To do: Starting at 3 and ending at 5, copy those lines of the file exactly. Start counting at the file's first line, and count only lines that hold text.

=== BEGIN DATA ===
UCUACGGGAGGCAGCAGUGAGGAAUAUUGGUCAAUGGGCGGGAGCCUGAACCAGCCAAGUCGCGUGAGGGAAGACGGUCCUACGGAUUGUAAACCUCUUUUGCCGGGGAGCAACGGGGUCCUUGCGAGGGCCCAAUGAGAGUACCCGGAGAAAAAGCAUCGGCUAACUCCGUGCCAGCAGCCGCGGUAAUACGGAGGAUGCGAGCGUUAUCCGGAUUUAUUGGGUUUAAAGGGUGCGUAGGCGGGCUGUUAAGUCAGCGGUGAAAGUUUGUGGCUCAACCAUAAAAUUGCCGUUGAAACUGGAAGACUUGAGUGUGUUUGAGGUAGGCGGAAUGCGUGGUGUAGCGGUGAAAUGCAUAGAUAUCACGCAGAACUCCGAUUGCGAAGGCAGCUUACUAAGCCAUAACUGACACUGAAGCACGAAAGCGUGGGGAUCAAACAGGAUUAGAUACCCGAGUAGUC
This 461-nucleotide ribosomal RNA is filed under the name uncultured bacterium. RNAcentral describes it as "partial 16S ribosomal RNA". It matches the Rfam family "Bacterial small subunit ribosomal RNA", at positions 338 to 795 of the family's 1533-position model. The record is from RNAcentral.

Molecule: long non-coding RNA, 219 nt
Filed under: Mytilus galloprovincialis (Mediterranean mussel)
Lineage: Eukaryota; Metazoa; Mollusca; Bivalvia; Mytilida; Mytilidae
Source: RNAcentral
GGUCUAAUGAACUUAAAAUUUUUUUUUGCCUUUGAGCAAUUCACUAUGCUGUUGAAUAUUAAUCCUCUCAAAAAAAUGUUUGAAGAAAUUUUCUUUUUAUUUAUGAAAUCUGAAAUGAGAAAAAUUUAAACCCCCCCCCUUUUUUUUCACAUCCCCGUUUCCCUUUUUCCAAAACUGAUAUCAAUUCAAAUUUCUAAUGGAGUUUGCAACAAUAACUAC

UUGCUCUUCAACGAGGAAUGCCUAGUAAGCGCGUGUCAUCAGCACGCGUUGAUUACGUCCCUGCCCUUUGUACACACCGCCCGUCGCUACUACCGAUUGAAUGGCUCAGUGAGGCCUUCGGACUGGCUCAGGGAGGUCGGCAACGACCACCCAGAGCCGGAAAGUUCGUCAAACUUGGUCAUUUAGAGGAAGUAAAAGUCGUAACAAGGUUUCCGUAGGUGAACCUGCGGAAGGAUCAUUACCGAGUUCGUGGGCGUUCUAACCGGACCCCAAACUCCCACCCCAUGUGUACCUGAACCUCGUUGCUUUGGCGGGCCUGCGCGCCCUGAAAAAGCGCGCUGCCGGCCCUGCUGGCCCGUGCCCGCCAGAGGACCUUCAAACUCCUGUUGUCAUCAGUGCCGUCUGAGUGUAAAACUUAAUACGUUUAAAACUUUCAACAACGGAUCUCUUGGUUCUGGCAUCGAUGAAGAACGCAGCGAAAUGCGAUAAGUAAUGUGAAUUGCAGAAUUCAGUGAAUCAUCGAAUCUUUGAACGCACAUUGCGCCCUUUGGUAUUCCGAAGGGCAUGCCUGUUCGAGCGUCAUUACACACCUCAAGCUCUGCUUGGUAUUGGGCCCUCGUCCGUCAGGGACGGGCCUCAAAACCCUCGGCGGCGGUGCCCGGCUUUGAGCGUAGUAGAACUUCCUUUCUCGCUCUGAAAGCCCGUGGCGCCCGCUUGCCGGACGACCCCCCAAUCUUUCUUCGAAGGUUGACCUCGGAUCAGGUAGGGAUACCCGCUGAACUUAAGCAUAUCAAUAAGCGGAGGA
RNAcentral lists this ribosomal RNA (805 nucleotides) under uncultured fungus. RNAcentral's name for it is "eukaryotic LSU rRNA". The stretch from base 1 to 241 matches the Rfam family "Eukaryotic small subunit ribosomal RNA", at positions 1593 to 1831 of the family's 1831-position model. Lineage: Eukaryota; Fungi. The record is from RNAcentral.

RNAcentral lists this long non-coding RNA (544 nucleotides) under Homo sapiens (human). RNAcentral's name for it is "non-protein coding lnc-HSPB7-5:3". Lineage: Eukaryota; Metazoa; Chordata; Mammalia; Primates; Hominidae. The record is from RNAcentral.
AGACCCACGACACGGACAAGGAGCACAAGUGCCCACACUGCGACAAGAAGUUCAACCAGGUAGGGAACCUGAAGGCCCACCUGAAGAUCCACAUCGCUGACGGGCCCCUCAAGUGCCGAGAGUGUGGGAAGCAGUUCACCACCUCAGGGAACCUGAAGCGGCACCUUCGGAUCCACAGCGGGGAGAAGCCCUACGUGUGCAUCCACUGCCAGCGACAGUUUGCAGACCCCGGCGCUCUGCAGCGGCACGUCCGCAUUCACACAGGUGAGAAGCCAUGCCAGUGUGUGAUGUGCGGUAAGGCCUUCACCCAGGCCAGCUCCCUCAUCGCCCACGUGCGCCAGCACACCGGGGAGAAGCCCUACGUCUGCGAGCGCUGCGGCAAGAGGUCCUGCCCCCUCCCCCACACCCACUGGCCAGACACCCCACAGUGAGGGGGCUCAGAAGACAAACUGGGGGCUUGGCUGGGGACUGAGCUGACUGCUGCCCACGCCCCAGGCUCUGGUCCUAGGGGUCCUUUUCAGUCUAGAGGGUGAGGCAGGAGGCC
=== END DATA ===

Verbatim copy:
Molecule: long non-coding RNA, 219 nt
Filed under: Mytilus galloprovincialis (Mediterranean mussel)
Lineage: Eukaryota; Metazoa; Mollusca; Bivalvia; Mytilida; Mytilidae